Helping Apprentices Rise to the Top
The number of apprenticeships being offered by businesses is on the rise; a recent report suggests a 24% increase in the number of vacancies for apprentices since last year, and with the government firmly backing and encouraging this growth, it seems the rise of apprenticeships isn’t slowing any time soon. But despite more businesses than ever employing apprentices, arguably further efforts are needed to help support these new recruits in using apprenticeships as a platform for reaching their true potential.
While apprenticeships are becoming more popular amongst individuals and businesses, there remains a certain stigma around taking this route and whether it’s intentional or not, it can lead to apprentices often internalise this stigma. The result is highly valuable employees not reaching their potential due to receiving the message that ‘they’re just an apprentice’. However apprentices are an extremely valuable route into work and have numerous benefits for organisations and individuals. To help further reinforce this fact the theme for this year’s National Apprenticeship Week (14th-18th March 2016) is; “an apprenticeship can take you anywhere”, with an emphasis on how apprentices can “rise to the top”, so below we explore what organisations can do to help make that happen.
Encourage their progression
The role of apprentices in bridging skills gaps in companies is well reported, but the individuals fulfilling these roles often have so much more to offer, so give them the opportunity to do so. Make it clear your organisation understands the benefits of having apprentices on board and promote the idea that no matter what, every employee has the potential to achieve more and progress in your business. Holding back talent is one of the biggest mistakes a company can make, and you don’t want to lose your high potential apprentices because you (or they) don’t demonstrate faith in their abilities. Some companies may benefit from establishing specific progression paths for high potential apprentices to follow, or it may simply be a case of actively encouraging apprentices to seek new roles when you and they feel they’re ready.
Training shouldn’t just revolve around technical skills development, although this is obviously important if they are to be able to do their day job well. But if you want to help your apprentices rise to the top and achieve more, technical skills aren’t enough. They also need the professional and interpersonal skills that will enable them to thrive in the workplace. While a lot of this will come from practical experience of working provided during an apprenticeship, organisations also need to be proactive in promoting the skills they believe will help their employees achieve their potential. This may include experiential learning programmes that take apprentices out of their comfort zone and give them the opportunity to stretch and grow organically. Or it may include workshops focussing on different skills to be developed, or attending events and seminars where they can explore these further.
Offer mentoring and coaching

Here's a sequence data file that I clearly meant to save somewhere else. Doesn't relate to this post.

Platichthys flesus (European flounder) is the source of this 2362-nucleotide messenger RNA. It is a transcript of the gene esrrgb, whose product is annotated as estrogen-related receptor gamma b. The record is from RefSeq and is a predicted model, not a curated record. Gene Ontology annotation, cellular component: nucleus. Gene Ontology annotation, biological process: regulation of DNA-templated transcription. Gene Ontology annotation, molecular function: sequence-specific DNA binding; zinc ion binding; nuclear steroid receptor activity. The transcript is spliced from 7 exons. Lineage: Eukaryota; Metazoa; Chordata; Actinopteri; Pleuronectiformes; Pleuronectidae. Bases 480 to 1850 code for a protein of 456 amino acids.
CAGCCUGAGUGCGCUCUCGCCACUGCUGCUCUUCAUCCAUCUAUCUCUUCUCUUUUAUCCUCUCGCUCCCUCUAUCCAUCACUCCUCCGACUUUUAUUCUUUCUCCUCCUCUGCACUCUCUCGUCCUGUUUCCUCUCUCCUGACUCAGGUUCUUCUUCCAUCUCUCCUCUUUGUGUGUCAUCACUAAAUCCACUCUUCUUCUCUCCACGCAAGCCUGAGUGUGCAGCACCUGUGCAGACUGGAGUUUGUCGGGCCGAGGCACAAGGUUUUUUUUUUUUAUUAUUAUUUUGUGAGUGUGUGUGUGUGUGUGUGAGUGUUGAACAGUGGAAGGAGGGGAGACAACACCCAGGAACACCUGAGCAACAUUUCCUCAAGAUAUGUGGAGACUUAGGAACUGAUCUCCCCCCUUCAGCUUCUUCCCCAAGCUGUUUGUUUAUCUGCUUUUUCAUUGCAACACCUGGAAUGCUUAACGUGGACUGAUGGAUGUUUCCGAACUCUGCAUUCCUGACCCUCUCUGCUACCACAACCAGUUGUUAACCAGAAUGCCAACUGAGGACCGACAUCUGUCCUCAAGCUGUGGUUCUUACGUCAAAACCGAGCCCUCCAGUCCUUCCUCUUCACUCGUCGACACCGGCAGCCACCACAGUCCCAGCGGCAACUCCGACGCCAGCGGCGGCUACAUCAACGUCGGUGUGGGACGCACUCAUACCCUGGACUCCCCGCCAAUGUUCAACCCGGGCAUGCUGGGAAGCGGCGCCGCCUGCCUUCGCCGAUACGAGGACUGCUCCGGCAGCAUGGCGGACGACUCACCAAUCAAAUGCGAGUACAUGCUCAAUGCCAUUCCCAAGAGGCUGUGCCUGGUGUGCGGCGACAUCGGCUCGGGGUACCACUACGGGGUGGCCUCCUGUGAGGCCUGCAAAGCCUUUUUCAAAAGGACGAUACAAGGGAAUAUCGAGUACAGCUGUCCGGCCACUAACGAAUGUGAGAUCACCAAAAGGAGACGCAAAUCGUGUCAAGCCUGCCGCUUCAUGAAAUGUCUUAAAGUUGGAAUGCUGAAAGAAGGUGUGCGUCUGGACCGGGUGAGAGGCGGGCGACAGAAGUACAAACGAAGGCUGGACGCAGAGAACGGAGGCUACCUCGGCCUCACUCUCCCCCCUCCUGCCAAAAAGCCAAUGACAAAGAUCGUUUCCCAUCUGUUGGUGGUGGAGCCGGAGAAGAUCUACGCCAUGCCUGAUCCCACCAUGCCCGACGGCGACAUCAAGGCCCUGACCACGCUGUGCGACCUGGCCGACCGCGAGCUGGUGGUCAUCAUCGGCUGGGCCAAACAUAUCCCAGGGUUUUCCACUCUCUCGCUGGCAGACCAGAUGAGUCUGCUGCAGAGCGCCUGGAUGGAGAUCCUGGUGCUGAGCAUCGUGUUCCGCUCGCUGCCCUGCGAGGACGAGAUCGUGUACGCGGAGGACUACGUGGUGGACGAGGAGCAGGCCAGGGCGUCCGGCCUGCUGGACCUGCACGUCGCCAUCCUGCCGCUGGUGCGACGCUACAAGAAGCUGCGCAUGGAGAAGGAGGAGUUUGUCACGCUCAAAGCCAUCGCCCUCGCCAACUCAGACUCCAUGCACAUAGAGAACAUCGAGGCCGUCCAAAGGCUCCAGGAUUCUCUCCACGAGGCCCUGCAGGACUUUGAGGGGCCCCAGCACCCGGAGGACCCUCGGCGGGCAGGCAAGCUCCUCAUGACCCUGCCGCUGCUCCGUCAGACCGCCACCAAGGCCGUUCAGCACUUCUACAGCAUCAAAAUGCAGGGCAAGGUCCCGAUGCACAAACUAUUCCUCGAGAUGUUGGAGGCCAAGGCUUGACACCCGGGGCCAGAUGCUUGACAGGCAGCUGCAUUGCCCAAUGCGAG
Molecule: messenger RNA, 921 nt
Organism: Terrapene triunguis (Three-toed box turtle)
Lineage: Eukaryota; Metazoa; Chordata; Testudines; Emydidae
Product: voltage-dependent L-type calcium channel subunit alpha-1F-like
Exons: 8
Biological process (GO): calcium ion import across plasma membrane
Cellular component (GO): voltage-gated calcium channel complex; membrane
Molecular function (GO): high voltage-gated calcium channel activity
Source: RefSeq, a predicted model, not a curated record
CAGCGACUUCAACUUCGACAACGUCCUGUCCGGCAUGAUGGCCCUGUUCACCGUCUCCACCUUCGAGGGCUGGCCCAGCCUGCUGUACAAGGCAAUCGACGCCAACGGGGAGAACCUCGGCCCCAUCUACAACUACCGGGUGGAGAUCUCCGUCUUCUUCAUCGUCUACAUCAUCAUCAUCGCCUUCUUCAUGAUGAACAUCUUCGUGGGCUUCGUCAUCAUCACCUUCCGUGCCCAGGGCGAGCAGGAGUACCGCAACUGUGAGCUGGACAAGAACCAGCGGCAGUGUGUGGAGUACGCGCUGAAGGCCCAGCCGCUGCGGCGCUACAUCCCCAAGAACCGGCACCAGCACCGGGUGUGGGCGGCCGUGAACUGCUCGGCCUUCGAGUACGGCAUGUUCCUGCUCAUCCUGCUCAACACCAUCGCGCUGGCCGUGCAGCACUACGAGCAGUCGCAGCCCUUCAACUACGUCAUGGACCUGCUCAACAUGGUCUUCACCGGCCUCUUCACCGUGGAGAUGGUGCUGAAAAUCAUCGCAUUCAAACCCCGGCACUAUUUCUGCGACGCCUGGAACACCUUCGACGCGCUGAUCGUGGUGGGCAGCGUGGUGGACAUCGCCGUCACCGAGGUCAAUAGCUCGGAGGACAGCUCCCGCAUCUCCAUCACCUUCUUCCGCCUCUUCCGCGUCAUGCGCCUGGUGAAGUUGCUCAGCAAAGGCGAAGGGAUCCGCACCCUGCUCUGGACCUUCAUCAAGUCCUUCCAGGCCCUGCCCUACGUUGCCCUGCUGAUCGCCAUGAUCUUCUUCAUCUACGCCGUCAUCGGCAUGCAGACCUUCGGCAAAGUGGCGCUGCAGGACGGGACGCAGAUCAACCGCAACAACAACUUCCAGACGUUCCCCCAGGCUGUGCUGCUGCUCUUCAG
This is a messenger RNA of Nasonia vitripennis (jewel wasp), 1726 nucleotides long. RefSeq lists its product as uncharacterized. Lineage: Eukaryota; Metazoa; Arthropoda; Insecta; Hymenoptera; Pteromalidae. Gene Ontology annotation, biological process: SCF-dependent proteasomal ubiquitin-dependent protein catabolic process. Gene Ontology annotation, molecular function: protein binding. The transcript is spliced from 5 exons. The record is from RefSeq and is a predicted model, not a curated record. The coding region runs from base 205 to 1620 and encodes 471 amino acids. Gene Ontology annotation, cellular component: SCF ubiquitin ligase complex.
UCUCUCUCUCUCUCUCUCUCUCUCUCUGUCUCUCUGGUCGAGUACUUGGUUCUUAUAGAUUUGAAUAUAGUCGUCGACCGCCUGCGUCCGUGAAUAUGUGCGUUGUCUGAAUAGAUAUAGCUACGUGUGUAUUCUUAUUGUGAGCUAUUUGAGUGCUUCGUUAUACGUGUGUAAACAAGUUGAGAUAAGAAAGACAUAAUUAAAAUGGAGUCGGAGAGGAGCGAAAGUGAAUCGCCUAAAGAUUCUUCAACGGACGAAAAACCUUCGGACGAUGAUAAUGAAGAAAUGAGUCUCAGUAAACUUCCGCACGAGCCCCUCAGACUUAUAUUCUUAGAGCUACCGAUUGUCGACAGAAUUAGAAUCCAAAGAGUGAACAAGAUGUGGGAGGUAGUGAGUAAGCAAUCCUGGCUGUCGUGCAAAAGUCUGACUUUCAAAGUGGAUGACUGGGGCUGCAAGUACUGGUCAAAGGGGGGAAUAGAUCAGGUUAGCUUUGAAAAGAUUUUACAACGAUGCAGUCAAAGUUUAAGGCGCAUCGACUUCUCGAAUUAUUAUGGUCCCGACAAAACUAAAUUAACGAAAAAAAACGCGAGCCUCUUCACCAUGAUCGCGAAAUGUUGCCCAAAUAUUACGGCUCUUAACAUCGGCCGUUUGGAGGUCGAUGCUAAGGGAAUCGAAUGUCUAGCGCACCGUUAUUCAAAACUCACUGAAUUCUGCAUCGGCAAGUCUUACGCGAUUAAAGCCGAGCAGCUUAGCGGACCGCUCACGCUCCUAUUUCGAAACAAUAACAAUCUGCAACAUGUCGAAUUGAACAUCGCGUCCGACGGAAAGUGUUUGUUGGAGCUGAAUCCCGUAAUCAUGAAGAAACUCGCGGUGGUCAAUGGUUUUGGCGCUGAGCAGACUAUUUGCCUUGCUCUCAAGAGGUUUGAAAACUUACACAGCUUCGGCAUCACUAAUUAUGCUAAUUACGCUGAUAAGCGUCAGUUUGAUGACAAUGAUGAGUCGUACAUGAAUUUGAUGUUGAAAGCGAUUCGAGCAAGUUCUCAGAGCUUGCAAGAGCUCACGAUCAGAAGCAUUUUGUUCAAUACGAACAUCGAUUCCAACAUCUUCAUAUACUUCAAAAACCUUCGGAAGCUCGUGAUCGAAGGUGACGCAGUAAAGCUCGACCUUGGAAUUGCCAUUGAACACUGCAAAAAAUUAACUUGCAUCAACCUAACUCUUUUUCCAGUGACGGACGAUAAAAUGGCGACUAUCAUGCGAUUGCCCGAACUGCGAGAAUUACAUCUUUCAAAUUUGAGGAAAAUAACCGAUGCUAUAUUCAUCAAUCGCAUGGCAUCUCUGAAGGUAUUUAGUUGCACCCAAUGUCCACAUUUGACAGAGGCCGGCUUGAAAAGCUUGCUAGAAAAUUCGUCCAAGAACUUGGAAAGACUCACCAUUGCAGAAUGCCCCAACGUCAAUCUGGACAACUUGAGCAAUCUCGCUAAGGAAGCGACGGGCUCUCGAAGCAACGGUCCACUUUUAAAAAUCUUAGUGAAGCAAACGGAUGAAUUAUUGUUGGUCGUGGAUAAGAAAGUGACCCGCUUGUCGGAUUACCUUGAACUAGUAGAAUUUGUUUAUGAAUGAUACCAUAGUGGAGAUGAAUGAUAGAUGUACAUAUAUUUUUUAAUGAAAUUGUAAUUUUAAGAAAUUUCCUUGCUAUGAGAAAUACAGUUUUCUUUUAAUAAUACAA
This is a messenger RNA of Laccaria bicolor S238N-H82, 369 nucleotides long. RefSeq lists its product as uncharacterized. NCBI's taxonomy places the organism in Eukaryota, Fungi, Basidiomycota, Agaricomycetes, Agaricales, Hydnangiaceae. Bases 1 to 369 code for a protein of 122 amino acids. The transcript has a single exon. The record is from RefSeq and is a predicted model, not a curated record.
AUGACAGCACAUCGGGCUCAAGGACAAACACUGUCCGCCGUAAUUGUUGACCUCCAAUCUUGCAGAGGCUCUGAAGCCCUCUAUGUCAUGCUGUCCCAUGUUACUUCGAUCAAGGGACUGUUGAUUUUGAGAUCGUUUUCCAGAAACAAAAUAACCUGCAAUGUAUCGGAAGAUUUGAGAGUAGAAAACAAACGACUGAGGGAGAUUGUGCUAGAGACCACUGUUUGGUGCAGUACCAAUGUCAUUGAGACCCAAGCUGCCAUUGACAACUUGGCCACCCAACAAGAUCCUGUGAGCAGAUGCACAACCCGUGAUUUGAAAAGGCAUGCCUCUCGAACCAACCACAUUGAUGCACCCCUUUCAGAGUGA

Typically things like mentoring and coaching aren’t offered in most organisations until an employee reaches a certain level or expresses a distinct need for such an intervention. However offering coaching and/or mentoring early on is a proactive approach that employers can utilise to support their apprentice workers from the very start. Due to the fact mentors are usually existing employees in a business, mentoring programmes are often the preferred method because of relative ease of implementation and lower costs. Having a formal mentoring scheme in place will enable you to offer this service more readily to all employees who feel they’d benefit from such support. However coaching can also be a highly useful approach; if employed early on in an employee’s career coaching can help create more effective, confident and engaged employees who can contribute even more effectively to the outcomes of the business. Coaching and mentoring may not be right for every business or individual, but it is a great way of offering targeted support to help apprentices recognise and reach their potential.
One of the main advantages of hiring apprentices is that they can be trained in a highly specific way to fit the exact needs of your business. This is an excellent way of ensuring the business has the necessary skills available to succeed going forward, however it’s important that businesses still work to encourage individuality within their workforce. While firmly inducting employees into the workplace culture is important to help them feel engaged, so too is offering them the encouragement and freedom to use their unique skill-set, experience and abilities to suggest and implement improvements in the organisation. The approach you take with your apprentices will set the standard for how they engage with their work; and making it clear that you want active and free thinking community members rather than mindless automatons will make sure you, and they, are able to achieve more and go further.
There is no limit to how far apprentices can progress in their career with the right attitude from both the individual and the business employing them. But if you don’t make the effort to support them in achieving their best, they may decide to find a company who will. So work in partnership with your apprentice workforce, both past and present, to find the best ways to help them rise to the top and offer them the support to go anywhere they want in their career.